S.C. Efficiency Plan Draws InterestBy Steven Johnson | ECT Staff Writer Published: March 22nd, 2012
If one of your cooperative members is sinking financially, throw them a lifeline, not an anvil.
That’s the analogy Mike Couick, president and CEO of The Electric Cooperatives of South Carolina, used in explaining an energy-efficiency initiative developed by South Carolina electric cooperatives to a national forum.
“If you have certainty in your energy efficiency, if you know it’s going to be there, then you can depend on it, just like you can a nuclear plant,” Couick said March 19 at a Washington, D.C., conference on affordable rural housing, sponsored by the Cooperative Development Foundation.
Particularly in depressed, rural areas of South Carolina, the idea of selling more electricity means higher bills in residences―often manufactured housing―that waste more power than they use, he said.
Couick said when the “Help My House” program kicked off in 2010, homeowners in some singlewide trailers were spending $800 to $900 a month on energy in the winter.
“If your business plan is to sell more, more, more, at some point, you’re throwing an anvil to your people,” he said.
Under the South Carolina program, approved energy auditors comb over eligible dwellings to create a list of cost-effective upgrades, such as weatherization and heat pump replacement.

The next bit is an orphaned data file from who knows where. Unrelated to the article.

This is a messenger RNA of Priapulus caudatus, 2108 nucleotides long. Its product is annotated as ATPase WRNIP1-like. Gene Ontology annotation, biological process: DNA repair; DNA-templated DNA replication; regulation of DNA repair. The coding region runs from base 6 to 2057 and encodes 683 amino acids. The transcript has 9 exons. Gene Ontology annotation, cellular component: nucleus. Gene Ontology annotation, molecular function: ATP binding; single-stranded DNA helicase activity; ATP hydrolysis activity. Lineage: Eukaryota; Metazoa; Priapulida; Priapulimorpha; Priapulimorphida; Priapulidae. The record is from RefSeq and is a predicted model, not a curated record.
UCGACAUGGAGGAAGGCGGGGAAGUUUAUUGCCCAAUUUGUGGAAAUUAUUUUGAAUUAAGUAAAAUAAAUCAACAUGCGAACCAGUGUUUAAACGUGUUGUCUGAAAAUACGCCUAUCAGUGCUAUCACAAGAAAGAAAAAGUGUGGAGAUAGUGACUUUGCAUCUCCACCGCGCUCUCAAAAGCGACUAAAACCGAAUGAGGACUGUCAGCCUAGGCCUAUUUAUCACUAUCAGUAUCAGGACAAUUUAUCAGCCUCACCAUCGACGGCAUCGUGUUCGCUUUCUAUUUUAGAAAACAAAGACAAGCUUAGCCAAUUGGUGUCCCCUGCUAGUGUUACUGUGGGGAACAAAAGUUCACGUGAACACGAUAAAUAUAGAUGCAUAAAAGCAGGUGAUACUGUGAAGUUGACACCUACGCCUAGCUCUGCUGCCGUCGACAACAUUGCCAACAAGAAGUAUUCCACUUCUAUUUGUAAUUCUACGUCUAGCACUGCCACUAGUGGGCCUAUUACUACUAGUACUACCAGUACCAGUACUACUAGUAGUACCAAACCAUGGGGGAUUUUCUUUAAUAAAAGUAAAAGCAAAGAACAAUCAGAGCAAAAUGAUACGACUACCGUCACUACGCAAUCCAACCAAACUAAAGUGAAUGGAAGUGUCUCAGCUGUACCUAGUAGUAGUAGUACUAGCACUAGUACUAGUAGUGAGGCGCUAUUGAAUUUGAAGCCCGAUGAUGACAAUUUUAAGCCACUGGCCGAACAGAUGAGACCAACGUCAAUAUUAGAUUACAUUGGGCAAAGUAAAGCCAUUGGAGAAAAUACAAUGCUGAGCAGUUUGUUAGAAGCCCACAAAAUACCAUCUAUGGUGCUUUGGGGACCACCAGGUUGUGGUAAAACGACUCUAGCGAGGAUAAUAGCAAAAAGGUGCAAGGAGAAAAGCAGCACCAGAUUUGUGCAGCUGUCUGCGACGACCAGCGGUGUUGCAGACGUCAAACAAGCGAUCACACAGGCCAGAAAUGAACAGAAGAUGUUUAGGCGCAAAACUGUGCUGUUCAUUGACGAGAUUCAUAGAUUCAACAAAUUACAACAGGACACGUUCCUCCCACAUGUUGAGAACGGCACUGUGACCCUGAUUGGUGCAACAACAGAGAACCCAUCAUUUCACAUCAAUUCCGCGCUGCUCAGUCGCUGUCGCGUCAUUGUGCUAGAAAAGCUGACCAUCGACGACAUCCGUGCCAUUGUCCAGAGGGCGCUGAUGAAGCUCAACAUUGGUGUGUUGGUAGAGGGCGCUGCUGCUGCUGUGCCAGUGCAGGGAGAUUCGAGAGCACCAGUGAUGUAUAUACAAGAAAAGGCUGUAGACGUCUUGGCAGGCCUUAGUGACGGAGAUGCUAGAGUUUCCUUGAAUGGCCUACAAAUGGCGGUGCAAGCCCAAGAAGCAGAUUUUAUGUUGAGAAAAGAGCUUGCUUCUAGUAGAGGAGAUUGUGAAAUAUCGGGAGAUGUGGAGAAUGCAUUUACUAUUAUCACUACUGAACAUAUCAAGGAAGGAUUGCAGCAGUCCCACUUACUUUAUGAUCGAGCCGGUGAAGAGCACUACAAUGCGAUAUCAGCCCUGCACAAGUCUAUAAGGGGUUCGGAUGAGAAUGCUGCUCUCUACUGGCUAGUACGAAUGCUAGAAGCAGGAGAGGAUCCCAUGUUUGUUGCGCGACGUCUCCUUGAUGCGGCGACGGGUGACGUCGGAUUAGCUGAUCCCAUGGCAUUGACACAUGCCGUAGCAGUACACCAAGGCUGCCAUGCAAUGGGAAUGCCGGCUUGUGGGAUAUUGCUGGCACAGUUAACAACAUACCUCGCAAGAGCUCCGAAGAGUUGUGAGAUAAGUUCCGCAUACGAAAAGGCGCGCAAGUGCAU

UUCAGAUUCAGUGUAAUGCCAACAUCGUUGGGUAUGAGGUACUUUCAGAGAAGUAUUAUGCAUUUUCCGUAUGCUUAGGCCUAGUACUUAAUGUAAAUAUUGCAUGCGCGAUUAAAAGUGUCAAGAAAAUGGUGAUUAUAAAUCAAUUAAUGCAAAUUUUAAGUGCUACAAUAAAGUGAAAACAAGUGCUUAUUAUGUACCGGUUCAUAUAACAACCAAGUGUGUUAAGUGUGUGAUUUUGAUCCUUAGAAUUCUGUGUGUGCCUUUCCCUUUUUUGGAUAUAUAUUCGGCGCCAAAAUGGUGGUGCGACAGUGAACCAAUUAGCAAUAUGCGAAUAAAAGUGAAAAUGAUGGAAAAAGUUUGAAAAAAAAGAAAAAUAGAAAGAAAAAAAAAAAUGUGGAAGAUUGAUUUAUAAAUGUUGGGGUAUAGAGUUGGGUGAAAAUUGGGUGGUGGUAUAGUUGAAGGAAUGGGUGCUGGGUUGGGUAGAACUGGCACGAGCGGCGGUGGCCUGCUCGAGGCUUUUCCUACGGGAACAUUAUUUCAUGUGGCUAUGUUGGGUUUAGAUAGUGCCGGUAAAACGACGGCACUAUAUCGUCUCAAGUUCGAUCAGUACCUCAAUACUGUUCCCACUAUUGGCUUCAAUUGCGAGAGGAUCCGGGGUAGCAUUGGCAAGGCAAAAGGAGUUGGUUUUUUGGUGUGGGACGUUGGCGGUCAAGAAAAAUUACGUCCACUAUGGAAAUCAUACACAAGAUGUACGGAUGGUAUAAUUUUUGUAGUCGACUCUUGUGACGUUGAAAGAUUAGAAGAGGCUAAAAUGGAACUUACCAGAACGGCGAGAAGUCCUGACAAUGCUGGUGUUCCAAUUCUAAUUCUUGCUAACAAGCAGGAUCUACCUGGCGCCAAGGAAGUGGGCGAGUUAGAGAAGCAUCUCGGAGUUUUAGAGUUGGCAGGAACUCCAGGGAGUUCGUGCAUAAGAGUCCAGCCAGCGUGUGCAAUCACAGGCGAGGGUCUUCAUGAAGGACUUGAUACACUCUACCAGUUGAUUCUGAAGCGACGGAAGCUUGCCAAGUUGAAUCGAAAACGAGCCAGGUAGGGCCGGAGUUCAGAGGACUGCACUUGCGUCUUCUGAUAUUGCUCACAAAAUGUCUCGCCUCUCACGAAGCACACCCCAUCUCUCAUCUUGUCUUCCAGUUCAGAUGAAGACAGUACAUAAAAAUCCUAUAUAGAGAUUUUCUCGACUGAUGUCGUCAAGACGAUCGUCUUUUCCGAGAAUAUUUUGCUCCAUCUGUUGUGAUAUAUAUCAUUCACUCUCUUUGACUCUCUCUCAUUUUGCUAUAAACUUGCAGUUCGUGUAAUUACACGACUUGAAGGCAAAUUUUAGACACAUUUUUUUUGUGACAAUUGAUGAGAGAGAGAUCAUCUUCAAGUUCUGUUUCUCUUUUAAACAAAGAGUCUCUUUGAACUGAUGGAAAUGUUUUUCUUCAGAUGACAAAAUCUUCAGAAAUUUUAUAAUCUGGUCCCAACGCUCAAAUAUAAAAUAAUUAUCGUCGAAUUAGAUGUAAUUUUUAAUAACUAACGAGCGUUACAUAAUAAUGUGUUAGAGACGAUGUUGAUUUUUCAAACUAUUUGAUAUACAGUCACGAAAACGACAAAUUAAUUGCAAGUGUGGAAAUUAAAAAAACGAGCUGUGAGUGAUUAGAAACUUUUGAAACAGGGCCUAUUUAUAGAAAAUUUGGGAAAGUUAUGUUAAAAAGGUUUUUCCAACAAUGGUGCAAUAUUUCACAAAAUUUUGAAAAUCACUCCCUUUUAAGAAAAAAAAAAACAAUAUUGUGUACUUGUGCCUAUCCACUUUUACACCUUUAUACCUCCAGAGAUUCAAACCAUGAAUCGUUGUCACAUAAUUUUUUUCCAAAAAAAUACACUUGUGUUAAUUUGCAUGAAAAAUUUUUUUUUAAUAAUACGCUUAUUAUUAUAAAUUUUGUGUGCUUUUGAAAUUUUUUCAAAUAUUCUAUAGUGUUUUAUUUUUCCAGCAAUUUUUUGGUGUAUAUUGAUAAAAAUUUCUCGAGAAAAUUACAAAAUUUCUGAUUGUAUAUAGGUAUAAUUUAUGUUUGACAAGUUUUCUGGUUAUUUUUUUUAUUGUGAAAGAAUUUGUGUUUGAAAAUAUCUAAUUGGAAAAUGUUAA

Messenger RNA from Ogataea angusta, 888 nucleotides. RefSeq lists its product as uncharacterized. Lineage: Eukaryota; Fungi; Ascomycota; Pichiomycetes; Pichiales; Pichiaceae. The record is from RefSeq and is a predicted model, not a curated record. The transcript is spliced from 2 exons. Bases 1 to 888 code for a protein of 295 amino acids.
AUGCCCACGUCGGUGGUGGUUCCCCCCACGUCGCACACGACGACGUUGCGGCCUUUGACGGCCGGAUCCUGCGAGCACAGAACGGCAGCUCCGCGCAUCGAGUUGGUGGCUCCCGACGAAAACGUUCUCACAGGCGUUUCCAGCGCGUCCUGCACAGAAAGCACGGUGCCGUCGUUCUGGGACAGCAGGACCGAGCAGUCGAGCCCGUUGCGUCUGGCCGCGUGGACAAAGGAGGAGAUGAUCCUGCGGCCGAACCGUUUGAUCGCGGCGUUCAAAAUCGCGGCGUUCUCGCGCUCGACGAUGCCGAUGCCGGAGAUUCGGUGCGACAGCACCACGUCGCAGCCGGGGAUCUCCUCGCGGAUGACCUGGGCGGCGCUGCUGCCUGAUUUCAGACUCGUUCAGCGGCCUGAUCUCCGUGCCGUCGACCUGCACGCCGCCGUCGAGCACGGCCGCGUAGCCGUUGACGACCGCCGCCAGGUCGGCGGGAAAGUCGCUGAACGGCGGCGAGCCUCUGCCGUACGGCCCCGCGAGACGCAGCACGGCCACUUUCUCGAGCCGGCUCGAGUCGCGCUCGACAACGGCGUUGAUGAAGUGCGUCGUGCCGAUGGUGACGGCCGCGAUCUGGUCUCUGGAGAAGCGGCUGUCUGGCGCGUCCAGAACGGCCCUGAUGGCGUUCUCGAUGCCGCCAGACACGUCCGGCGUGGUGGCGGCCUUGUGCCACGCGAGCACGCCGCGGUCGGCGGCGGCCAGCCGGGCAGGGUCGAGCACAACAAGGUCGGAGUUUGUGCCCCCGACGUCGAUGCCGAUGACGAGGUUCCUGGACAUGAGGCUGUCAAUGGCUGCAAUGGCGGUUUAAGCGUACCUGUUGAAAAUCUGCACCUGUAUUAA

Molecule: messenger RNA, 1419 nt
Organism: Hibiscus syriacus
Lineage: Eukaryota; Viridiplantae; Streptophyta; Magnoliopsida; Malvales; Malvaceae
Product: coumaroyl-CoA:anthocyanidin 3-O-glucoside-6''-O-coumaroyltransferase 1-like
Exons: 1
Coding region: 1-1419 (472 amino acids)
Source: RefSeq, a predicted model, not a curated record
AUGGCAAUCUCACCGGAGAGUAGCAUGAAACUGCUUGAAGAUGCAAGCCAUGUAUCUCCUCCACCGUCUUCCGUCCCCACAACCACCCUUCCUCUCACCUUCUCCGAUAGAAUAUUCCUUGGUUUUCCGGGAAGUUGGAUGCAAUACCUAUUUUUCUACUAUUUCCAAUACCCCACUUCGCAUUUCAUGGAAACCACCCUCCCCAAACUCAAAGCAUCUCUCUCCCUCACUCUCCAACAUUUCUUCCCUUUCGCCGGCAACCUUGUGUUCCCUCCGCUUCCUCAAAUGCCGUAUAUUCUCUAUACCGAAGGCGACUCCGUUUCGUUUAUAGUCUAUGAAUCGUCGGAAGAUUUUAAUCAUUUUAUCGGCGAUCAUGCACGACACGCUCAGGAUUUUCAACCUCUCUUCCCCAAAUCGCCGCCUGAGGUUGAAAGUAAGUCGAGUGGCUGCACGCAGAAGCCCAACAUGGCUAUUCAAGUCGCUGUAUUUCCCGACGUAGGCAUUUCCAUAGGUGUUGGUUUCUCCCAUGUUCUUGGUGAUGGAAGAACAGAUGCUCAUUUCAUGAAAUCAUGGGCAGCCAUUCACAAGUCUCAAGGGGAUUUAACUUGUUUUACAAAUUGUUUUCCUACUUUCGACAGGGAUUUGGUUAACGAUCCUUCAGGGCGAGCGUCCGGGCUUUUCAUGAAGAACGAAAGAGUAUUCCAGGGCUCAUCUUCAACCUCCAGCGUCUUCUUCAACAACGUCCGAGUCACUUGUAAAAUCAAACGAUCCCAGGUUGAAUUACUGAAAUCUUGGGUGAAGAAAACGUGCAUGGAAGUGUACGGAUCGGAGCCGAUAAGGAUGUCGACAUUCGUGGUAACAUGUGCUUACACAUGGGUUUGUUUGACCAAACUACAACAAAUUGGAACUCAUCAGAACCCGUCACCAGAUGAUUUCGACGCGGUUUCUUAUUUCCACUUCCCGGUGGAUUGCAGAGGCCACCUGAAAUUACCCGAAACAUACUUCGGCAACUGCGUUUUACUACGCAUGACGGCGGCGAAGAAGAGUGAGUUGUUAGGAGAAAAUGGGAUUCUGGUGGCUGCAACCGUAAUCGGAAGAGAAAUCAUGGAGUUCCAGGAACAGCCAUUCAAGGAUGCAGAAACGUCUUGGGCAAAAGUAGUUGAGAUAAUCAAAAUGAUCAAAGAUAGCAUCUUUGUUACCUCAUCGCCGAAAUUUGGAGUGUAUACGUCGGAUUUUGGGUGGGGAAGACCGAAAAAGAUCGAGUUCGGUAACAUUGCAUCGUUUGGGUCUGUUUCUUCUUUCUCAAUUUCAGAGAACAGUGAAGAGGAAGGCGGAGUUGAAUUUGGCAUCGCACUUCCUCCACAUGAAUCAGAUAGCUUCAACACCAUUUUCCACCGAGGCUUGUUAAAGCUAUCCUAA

The co-op inspects the work to make sure it has been done properly. Homeowners repay the money through a monthly charge on their electric bill, using a portion of the money they save by using less energy.
In a 2011 pilot of the program involving eight of South Carolina’s 20 distribution co-ops, the payback period was set at 10 years or less. The average projected payback is less than six years.
South Carolina co-ops have benefitted from an Agriculture Department loan last fall as part of the Rural Economic Development Loan and Grant program, Couick added.
The $740,000 loan went to Central Electric Cooperative, a wholesale power supplier based in Columbia. The loan underwrote 100 residential energy-efficiency retrofit loans, as part of the co-ops’ research into consumer acceptance of on-bill financing and the effectiveness of the program model.
The co-ops and their partners at the Environmental and Energy Study Institute, who are funded by the Doris Duke Charitable Foundation, are spending 2012 comparing energy use in the weatherized homes with historical use.
Eventually, “Help My House” could reach as many as 225,000 homes, Couick said.
He told the forum that the program is about more than just saving energy and forestalling the need for new generation. It’s about the quality of life.
“Just selling folks electricity and leaving it at that can create a real downward pull on families,” he said. “Why do we want to do this program? Because it helps our members.”
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